In what I think is a slightly Orwellian experiment, physicists from the Center for Complex Network Research at Northeastern University tracked the locations of 100,000 unknown people outside of the United States for 6 months, in order to determine their movement patterns. They found that about 70 percent of the time, people repetitively visited only 2 locations, which we can assume are work and home. In other words, most people don’t get around much.
The study was top-secret: performed in a mystery industrialized nation with a mystery wireless provider, and using mystery cell phones that had additional built-in tracking devices. Researchers used information from cell phone transmitter tower logs to analyze people’s daily movements. Each tower has a specific zone, and is able to track all motility within that zone (usually about 2 square miles).
While the researchers didn’t know the exact phone numbers, or precisely where the people were, studies performed without the consent of observed persons are illegal in the U.S.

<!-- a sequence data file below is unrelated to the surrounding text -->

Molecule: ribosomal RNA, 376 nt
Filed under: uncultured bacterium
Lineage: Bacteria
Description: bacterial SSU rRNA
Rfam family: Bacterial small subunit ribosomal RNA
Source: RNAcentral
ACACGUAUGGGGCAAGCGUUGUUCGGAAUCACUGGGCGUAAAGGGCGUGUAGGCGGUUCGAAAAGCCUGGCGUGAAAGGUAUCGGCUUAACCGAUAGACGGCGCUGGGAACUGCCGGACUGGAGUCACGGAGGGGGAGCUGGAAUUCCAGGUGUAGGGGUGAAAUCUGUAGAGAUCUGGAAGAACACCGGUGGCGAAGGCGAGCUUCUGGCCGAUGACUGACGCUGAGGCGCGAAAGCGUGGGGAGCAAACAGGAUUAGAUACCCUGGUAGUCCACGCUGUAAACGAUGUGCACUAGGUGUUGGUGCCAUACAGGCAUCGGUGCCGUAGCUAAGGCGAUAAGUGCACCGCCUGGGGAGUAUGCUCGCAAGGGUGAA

Here’s the surprising part: the researchers were not required to check with an ethics panel beforehand because the experiment involved physics, not biology. With apparently little or no ethical restrictions on experiments, it appears that physics is the best subject for completely unfettered intellectual freedom. This may or may not be a good thing. But maybe that’s why we will all be drinking space beer soon.
To be fair, the researchers who performed the study say more effective monitoring of people’s traveling patterns might be useful in figuring how to stop the spread of diseases, or improve future public transportation design.